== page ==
The depth of public reaction has depended in part upon the collective position of the public with respect to the prison system. Pratt argues that the most civilized Western penal systems are in Northern European states (Scandinavia) and the most primitive in the southern United States (Georgia is representative).

In the Northern European countries, even though there is centralized bureaucracy (given the scope of the government apparatus), there is a greater level of participation of the public in the process of governance, which translates into a public perception of a measure of control over punishing. In those states lying towards the other end of the continuum, the bureaucracy is depicted as aloof from the public. Under these circumstances, the masses feel less in control over state functions. Here, the punishment systems tend to be harsher.

With the emergence of neo-liberalism in the 1970s, and especially after the 1980s, the punitive populism of the masses became more pronounced as the distance between the bureaucracy and the masses closed. Yet, Elites did not abandon the emphasis on rational organization and practice, hallmarks of civilization. Rather, the result was a retreat from due process and rehabilitation and a new emphasis on efficient law and order tactics.

Pratt forecasts two future possibilities. Either Western society will move towards the gulags described in Christie’s work, or its will conjure something worse (although it is not clear what this something worse might be). It depends, Pratt suggests, on whether the expansion of the prison system can absorb public hostility.

A lack of critical sociological depth in Punishment and Civilization constraints Pratt’s ability to follow up on this provocative question. Indeed, the major weakness of Punishment and Civilization is that the analysis remains too narrowly focused on internal changes in the penal system and fails to move beneath the surface level of societal change.

Inadequately explained is the shift to law and order rhetoric and practice that corresponds to large-scale transformations in the economics and demographics of the period. The question of what has unleashed the punitive public sensibilities remains vague. The United States, for instance, experienced as upheaval in the racial caste system in the 1960s with the overthrow of de jure apartheid, the exhaustion of the post WWII economic boom, and widespread popular revolt against the state’s imperial practices (for example, in Vietnam). Given the dramatic increase in the disproportionate numbers of blacks in US prisons and jails after 1970, one suspects that mass incarceration is, at least in part, another phase in the unfreedom of African Americans.

And what of the cycle between retribution and rehabilitation closely associated with the long swings of capitalist development identified in the work of such scholars as Christopher Adamson? Is the present historical phase a qualitative and secular movement towards efficient retribution or does it represent a temporary pendulum swing to harshness due to fall back the other way with the return of robust economic expansion and labor shortages.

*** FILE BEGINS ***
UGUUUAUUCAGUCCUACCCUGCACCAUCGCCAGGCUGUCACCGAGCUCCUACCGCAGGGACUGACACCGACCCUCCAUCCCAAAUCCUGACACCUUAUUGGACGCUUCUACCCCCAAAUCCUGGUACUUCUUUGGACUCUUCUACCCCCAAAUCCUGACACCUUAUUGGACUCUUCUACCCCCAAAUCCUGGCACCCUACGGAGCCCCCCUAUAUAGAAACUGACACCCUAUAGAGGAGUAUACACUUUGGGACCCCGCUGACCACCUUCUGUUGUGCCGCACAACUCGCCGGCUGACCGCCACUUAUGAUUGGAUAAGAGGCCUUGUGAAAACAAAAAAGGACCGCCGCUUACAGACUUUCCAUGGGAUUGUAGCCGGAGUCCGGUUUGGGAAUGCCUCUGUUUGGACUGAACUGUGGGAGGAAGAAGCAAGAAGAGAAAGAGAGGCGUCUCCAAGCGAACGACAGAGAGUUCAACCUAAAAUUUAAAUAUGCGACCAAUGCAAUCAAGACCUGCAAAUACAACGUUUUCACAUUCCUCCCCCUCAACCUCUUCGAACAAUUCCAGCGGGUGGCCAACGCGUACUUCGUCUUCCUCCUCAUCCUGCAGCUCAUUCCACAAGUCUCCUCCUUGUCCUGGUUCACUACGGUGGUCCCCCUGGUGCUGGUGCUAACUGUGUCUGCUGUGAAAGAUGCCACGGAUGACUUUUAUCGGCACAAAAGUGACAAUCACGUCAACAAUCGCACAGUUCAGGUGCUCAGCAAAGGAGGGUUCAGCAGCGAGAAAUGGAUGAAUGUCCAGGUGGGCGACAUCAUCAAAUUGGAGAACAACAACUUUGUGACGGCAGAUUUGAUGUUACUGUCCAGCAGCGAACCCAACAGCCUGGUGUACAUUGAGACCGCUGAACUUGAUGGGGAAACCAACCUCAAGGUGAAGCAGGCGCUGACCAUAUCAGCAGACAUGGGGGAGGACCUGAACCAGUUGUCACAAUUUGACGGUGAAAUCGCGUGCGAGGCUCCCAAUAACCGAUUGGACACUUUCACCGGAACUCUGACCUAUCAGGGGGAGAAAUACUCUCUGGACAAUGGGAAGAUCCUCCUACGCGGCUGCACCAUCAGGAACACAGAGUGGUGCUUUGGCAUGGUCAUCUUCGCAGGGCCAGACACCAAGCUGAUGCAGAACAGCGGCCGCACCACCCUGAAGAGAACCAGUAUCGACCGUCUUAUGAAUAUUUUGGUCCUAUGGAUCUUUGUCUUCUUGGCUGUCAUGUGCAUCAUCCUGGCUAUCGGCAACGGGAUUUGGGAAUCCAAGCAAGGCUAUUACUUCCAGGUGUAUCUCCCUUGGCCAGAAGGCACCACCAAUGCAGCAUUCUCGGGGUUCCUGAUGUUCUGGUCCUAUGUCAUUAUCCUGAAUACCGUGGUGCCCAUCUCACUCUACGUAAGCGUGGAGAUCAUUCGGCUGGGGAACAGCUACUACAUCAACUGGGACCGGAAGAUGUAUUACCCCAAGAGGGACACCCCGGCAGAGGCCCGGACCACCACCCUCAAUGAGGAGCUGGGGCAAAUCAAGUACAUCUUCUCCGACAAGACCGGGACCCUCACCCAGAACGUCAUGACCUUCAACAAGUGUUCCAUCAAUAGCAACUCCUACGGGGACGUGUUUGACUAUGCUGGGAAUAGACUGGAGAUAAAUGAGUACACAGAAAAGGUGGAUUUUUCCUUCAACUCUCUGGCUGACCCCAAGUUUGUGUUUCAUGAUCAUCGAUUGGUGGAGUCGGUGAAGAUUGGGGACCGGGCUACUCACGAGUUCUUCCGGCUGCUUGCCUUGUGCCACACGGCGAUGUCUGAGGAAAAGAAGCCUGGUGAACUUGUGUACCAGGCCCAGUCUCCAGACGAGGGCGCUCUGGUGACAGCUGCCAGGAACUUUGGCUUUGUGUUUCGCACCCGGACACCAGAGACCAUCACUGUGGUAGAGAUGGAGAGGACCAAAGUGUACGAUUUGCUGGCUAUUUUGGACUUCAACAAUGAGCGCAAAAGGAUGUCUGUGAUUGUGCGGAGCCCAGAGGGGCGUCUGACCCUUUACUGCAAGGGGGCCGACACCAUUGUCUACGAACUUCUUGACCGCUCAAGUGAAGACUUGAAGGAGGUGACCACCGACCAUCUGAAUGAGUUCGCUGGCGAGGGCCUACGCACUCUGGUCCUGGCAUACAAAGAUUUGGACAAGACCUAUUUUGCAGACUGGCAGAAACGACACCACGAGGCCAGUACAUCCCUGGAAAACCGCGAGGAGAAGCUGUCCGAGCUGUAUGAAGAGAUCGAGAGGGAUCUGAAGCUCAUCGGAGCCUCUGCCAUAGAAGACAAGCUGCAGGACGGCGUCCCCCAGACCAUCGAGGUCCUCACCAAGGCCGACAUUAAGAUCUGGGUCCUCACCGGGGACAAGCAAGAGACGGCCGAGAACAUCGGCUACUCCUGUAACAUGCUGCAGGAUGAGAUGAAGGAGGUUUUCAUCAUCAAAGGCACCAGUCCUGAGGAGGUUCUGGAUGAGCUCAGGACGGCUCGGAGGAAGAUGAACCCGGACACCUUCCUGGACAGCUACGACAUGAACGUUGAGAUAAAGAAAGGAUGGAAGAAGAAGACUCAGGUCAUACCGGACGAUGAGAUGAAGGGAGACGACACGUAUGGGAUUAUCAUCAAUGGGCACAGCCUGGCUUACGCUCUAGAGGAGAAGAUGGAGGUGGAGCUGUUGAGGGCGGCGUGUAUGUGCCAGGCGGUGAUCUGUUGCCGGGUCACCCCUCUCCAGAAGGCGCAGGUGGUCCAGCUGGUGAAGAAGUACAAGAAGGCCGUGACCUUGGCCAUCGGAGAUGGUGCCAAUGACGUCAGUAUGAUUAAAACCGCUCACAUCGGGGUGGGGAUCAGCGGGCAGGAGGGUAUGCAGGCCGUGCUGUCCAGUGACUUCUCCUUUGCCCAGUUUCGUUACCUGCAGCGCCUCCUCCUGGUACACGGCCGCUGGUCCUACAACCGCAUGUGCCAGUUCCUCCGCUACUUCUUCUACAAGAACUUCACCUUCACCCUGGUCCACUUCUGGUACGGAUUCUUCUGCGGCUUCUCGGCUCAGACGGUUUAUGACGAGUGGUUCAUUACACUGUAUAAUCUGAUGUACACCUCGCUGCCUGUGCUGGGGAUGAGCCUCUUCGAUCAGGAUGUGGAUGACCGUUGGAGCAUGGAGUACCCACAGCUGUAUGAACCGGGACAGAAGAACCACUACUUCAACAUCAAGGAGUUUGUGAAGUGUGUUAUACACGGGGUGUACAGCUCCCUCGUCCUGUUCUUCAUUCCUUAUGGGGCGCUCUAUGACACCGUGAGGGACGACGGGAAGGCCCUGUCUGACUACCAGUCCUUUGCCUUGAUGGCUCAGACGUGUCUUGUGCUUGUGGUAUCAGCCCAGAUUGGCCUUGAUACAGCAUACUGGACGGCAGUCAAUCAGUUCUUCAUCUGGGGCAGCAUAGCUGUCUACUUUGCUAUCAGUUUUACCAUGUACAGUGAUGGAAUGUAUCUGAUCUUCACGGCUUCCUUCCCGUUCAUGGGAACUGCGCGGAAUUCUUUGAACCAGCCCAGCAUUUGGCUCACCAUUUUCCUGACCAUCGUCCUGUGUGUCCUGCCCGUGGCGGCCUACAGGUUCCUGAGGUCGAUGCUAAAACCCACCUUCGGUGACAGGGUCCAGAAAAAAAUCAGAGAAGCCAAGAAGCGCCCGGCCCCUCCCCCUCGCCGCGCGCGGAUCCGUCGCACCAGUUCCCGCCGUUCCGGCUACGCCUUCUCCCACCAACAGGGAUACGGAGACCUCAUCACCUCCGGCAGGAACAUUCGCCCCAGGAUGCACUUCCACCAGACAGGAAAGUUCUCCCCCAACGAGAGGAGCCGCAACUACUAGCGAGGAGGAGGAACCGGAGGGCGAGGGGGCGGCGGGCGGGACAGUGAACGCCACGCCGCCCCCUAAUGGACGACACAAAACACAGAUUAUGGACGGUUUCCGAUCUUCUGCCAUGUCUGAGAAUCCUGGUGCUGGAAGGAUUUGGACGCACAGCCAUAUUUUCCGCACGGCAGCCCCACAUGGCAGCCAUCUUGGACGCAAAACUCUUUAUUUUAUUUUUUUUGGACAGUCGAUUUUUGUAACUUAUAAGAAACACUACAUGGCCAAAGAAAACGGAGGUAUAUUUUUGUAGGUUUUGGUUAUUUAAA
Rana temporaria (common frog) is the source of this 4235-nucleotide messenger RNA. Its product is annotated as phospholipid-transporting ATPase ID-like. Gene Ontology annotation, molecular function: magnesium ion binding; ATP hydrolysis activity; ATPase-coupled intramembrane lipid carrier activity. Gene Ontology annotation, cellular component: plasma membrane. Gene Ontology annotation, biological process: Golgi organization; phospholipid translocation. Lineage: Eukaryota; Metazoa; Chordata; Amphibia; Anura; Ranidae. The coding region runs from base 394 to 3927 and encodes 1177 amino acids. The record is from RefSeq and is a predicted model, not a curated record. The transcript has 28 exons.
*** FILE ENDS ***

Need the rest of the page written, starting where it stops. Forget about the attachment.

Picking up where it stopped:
Pratt touches on some of this by noting that the weakening of the state during the 1970s and the rise of neo-liberal hegemony unleashed populist sentiments among the masses and enabled them to make their collective voice heard on the matter of punishment. But the “get tough” approach—the reappearance of prisons, the deterioration of prison conditions, and a return to harsh law and order rhetoric—remains undertheorized at the deeper layers. By staying on the surface level, Punishment and Civilization remains too loyal to Elias’ framework, which, because of the problematic of civilization, limits its theoretical horizons. 

Had Pratt infused his theory with the logic Foucault develops in Discipline and Punish, arguably the definitive twentieth century work in this area, greater depth could have been achieved. Foucault builds upon the critical political economy of Georg Rusche and Otto Kirchheimer in Punishment and Social Structure (1939) by exploring the ideological and bureaucratic structures attendant to the bourgeois historical epoch. Developing a modified historical materialist framework, Foucault theorizes that the needs of French elites to reconfigure social control methods to align with the rise of liberal capitalism drove the shift from physical punishments to architectural and behavioral control over mind and sentiment. Punishment became discipline in the production of docile bodies—bodies suited for economic exploitation and political manipulation.

Thus, while the facts of modernity that Pratt and Foucault attempt to explain are substantively the same—restrained citizen involvement in punishment regimes, governmental monopoly over the legitimate use of violence, extensive deployment of scientific methods and classification systems, an architecture of control, bureaucratic organization, and emphasis on impersonal interpersonal relations—the end products of their respective efforts are quite different. Whereas Foucault’s analysis probes the surface forms of punishment to reveal the structural imperatives that lay beneath, Punishment and Civilization stays on its face, explaining not so much why punishment became civilized, but how elites civilized it. 

This criticism should not however detract from the importance of the Pratt’s work. The story Pratt tells is worth telling, and he tells it in a cogent manner producing important insights along the way. The thinking employed in Punishment and Civilization is more critical than that of Elias, and this makes the book an important corrective to the positivistic conflict theoretical character of figurational sociology.

When Pratt emphasizes that civilized forms of punishment do not necessarily bring about civilized consequences, that moral indifference may result from the civilized norm of self-restraint, indeed, that the conditions of civilization do not preclude the exercise of violence, he takes the Eliasian approach into unexplored territory. For this reason, along with his careful analysis of historical documents detailing the reform of the criminal justice system, Punishment and Civilization is fine work and is sure to become the basis for many future sociological investigations of the transformation of punishment in the world bourgeois epoch.

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Andrew Austin

Andrew Austin is on the faculty of Democracy and Justice Studies and Sociology at the University of Wisconsin—Green Bay. He has published numerous articles, essays, and reviews in books, encyclopedia, journals, and newspapers.